So you have no opinion on the Toyota Tundra?the problem when you ask a question like which brand is better, you will get answers slanted towards that persons preference.
myself, i could care less what nameplate hangs on the hood, i've owned and driven all 3 (gm, ford, dodge)
by far the worst for reliabilty i've seen with my own eyes is ford super duty diesels. my dad's construction company was in business for 42 yrs. From '79 till the late '90's, it was all GM gasser trucks, was not uncommon to see 300 thou with no major probs. then in '98 he got smitten by the SD's torque, went hardcore on ford and bought approx 17 or 18 diesel SD's. the only good engine they used was the Navistar 7.3, the 6.0, 6.4 and 6.7 were strait up garbage.
turbo failures galore, prob a record, five turbo's on 1 truck, HPFR and HPOP failures were every second week. injectors dumping diesel into the crank was another huge prob and ford never could seem to figure how to seal up the oil pump on any of their diesels. pretty bad when we show up at a customers house and have to throw a piece of cardboard under your new truck so it don't stain the customers driveway. and yes, multiple times ford had to take the cab off to work on them which is RIDICULOUS!!!
after close to 20 yrs with ford, he got fed up and bought a 2020 ram 3500 diesel. unfortunately he died 6 months after buying it, so i have no say on it's long term reliabilty
Ford gasser motors don't fare much better in my eyes either, especially when my sister takes her windstar in for normal servicing and gets a $3800 bill after 3 spark plugs snapped off...
my current employer has about 30 trucks, which were split pretty even between ford and gm trucks and a bunch of sprinter vans. as the fleet aged, more probs occurred. the gm's were famous for chucking codes, i don't think a single one didn't have the check engine light on, but they still ran like a raped ape, and the fords-well they were catastrophic failures-like a t-case breaking right down the center of the case on the highway at 60 mph then skidding all over the road trying to come to a stop. and the sprinters were electrical nightmares and we bent the trailing axle on 3 of them very easily.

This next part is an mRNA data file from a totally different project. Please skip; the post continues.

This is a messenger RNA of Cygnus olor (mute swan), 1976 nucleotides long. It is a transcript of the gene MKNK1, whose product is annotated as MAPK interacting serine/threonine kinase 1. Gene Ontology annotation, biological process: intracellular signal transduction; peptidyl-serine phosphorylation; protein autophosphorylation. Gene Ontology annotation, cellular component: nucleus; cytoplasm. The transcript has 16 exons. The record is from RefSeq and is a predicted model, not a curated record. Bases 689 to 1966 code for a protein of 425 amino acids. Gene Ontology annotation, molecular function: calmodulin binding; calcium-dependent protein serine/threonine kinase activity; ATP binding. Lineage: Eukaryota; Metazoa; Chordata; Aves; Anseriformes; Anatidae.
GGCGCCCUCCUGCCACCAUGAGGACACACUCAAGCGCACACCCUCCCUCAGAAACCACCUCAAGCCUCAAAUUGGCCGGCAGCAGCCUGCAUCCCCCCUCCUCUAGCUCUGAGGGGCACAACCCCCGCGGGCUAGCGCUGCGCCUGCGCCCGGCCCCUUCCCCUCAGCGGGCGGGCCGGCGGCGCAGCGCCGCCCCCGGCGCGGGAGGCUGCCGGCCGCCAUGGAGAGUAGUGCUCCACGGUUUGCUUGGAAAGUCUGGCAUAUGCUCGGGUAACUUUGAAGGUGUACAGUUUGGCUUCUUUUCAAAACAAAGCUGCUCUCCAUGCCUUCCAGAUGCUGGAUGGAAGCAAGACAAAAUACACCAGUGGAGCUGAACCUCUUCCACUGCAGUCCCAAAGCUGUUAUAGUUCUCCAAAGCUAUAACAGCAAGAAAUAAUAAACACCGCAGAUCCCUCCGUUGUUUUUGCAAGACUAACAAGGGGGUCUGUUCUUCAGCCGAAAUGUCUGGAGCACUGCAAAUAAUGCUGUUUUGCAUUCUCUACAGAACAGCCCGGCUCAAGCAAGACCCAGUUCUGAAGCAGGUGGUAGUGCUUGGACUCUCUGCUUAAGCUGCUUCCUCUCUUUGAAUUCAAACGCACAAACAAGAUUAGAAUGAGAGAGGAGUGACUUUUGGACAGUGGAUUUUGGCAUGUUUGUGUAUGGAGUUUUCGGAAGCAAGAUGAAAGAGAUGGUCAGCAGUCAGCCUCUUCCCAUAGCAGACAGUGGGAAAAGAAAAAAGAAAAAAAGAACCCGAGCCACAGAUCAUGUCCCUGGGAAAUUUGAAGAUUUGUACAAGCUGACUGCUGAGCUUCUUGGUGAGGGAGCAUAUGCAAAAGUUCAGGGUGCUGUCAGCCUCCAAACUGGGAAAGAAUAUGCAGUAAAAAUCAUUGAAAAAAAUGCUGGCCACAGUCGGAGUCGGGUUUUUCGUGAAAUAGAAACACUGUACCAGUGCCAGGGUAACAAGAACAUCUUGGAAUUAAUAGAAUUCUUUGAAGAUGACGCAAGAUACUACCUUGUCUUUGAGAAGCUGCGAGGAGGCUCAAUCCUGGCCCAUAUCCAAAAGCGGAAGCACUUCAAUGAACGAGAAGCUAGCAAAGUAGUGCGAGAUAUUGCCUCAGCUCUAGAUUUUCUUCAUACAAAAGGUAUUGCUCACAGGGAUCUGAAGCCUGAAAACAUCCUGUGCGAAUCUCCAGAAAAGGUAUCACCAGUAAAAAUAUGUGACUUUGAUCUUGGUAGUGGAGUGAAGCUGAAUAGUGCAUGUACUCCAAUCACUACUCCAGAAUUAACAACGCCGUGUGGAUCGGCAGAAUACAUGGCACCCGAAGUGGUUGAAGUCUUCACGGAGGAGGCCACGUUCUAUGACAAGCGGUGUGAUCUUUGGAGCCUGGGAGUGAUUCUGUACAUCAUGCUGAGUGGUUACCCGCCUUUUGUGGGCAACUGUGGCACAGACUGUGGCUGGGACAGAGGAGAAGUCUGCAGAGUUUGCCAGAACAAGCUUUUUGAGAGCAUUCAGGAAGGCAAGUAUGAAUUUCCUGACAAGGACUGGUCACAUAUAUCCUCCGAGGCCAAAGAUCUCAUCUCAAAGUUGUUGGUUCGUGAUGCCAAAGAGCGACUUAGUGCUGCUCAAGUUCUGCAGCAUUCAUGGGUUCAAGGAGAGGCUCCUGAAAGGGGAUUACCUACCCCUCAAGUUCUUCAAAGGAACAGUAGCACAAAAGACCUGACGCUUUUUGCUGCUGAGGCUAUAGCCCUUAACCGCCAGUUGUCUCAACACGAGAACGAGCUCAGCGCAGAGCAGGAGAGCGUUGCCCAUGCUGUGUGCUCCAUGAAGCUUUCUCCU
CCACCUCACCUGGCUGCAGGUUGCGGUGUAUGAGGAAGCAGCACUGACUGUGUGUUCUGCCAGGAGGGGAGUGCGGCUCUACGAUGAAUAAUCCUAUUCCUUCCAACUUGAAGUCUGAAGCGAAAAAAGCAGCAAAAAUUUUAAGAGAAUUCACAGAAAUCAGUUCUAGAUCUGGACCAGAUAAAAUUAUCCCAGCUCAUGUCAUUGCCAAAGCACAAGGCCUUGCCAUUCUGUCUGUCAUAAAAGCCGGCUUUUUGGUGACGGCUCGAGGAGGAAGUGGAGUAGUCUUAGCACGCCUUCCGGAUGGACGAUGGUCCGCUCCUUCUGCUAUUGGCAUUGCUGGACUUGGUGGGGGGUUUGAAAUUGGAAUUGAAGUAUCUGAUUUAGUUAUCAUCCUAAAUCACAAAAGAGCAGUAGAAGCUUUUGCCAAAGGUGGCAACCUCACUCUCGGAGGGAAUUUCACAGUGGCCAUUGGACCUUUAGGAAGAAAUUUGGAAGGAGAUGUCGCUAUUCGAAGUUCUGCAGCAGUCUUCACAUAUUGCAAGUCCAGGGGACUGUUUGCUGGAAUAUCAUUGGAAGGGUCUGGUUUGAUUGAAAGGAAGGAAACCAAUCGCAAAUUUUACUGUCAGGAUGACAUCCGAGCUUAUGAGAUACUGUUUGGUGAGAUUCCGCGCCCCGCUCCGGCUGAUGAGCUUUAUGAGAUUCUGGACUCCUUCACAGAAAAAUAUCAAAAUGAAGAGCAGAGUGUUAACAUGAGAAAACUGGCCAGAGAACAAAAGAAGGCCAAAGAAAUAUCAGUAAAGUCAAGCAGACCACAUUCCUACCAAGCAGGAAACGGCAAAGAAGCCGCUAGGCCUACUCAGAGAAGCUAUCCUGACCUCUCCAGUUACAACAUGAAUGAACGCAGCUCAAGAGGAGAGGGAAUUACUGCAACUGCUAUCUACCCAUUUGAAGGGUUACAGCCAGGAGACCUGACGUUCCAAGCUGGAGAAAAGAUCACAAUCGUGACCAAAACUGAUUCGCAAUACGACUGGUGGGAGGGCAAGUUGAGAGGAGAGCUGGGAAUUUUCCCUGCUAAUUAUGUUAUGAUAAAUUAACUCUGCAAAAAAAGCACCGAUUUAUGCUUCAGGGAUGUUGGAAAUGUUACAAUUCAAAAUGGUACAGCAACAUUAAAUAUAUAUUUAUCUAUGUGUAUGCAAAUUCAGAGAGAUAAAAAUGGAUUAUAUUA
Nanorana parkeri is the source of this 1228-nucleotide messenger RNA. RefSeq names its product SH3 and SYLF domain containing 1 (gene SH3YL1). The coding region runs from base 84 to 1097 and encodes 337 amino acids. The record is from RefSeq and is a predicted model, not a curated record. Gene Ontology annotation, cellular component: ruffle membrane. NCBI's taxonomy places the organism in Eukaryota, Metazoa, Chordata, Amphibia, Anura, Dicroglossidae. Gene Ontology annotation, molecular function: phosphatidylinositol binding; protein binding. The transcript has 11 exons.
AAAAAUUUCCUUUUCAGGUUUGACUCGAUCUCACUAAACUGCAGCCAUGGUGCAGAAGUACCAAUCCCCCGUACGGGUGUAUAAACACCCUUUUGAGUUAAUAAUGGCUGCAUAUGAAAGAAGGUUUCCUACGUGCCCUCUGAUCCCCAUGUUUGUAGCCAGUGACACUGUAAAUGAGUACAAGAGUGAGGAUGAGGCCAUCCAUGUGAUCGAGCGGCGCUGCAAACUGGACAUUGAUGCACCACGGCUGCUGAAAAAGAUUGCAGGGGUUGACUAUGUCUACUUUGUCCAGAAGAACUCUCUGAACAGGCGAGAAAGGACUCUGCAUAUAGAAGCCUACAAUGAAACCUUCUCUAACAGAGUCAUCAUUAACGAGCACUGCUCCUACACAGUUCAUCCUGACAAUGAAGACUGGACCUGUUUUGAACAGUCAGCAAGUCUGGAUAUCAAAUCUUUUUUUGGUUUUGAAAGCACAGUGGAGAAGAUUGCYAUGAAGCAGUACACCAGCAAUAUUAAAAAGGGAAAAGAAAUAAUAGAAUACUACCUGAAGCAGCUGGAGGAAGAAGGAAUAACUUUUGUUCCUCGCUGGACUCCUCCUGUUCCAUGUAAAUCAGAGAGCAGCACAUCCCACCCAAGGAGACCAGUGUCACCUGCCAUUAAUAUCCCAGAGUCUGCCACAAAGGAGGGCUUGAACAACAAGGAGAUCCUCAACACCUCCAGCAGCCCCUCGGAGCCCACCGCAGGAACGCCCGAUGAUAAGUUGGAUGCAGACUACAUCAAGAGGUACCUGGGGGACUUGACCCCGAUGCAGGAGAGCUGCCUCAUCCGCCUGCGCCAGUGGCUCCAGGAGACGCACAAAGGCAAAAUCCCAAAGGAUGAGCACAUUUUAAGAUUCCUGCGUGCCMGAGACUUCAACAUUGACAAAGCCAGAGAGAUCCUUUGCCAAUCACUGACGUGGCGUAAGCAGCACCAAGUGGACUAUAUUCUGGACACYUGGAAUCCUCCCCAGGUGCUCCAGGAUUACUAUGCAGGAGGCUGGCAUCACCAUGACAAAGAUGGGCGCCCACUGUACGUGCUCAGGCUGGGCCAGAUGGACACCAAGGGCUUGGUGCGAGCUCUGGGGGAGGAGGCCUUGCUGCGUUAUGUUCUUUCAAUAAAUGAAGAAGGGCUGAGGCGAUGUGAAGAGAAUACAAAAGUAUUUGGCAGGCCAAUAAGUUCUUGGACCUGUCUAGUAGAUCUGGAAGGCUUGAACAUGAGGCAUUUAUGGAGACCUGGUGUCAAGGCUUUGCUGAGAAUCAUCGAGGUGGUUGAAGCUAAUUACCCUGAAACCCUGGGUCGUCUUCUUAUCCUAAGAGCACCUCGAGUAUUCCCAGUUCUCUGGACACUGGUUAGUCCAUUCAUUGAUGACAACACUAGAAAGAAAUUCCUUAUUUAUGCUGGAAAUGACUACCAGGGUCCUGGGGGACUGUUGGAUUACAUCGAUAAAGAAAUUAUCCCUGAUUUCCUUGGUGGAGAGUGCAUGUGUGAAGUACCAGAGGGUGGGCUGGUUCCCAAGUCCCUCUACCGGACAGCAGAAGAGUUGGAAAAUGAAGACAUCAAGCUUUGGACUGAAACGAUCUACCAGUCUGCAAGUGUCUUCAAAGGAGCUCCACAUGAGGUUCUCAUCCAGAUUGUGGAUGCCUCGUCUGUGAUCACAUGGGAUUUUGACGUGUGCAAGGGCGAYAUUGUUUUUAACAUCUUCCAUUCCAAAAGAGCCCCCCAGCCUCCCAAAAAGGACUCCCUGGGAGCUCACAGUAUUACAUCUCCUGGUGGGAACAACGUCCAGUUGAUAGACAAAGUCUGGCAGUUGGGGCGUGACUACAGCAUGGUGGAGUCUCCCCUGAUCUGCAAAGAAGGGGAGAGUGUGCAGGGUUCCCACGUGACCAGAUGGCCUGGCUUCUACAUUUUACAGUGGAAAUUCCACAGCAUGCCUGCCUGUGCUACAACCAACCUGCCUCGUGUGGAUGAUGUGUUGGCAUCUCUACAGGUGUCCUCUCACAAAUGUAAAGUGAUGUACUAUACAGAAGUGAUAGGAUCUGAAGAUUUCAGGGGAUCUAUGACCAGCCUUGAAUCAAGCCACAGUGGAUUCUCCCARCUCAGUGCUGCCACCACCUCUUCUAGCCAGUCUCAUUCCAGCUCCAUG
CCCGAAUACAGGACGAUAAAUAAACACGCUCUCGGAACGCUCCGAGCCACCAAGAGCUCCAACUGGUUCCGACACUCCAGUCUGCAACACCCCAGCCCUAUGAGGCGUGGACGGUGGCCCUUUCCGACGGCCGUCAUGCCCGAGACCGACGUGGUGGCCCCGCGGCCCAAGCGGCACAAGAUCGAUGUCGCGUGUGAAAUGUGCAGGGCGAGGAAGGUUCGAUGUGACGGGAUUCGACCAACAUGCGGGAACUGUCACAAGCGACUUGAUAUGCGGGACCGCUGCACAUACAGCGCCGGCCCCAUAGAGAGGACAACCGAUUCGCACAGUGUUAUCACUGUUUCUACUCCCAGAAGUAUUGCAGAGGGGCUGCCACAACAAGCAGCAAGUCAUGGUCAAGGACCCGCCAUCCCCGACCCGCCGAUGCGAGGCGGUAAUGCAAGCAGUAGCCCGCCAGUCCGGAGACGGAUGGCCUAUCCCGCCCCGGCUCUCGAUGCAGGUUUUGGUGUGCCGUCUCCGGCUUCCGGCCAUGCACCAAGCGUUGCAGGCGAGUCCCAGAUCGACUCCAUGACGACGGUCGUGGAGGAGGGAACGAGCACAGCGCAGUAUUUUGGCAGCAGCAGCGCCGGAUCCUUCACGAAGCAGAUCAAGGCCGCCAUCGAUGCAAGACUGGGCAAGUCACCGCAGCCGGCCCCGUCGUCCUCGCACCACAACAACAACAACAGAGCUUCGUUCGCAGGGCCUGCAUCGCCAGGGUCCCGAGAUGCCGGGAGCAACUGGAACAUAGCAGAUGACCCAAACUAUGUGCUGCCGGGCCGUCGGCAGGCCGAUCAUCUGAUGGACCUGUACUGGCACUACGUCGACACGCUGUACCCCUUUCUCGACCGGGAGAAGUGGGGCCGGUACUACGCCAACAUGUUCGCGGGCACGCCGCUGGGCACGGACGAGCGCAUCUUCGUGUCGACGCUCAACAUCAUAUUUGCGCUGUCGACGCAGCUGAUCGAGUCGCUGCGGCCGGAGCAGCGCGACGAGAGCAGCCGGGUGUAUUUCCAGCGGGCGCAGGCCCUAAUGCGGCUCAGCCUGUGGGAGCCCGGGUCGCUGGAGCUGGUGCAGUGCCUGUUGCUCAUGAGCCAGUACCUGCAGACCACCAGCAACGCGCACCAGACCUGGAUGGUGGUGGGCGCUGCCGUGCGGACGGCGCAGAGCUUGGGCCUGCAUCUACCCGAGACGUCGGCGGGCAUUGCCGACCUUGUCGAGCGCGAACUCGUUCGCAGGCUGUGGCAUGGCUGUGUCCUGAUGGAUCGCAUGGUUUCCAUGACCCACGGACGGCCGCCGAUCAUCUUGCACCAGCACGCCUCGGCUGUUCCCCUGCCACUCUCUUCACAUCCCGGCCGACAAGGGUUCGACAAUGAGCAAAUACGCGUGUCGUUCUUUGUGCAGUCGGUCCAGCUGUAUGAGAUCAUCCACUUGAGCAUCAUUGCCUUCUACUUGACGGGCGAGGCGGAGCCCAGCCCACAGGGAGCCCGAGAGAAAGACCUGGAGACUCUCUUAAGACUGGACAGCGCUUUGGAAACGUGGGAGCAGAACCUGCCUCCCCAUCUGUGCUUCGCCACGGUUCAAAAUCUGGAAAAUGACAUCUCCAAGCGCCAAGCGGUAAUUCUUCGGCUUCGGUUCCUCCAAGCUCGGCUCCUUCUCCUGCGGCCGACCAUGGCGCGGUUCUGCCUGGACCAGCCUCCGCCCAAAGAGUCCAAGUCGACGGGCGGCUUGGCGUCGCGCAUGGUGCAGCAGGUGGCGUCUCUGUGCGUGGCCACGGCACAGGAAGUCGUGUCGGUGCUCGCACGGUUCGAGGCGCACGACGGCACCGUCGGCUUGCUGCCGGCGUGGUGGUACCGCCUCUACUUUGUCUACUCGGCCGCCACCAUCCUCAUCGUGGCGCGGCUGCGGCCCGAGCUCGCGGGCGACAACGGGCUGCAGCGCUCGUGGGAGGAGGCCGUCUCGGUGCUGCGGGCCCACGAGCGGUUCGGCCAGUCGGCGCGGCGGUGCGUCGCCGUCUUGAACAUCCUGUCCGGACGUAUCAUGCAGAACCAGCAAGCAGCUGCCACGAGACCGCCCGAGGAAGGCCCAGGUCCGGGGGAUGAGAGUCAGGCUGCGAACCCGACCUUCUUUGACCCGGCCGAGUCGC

earlier this yr he got a new fleet of new 1 ton gm's (22 trucks) and some new fiat doblo vans (8). the only ford left in the fleet is a 2019 F450 flatdeck which has had no serious probs yet.
imho if you want LONG TERM reliabilty, sometimes you have to go back in time. in my experience, most truck from the '90's down will prob go further and longer than most new trucks. my '90 gm has 400 thou and the block has NEVER been cracked open. sure, did the valve seals at 200, and an intake gasket, but thats it, which is pretty minor. a gm 350 is just about one of the most bulletproof engines made- hell, there is more non gm vehicles that have a small block swapped in them than all other brands combined. not unusual to find them in fords, chrycos, imports, boats, even planes
and for service and price-tuff to beat a gm. basiclly 2 engines, small and big blocks, with unlimited interchangeability, compare that to a ford or chryco motor, 5, 6, 7 or more blocks with no interchangeability, now imagine the tooling costs to make parts for all those motors. to build a 500 hp chev, if it was to cost $2500, that same 500hp in a ford would be $4000 and a 500hp mopar would be in the 6 grand range.
as far as i'm concerned, the last great reliable motors were chev 5.7's, chryco slant six'ers and ford 351 C's. the new motors don't even compare. would also give honorable mention to the gm 396, it's a monster of a mill.
for the utmost in reliabilty, you can't go wrong with a gm squarebody or an older dodge W truck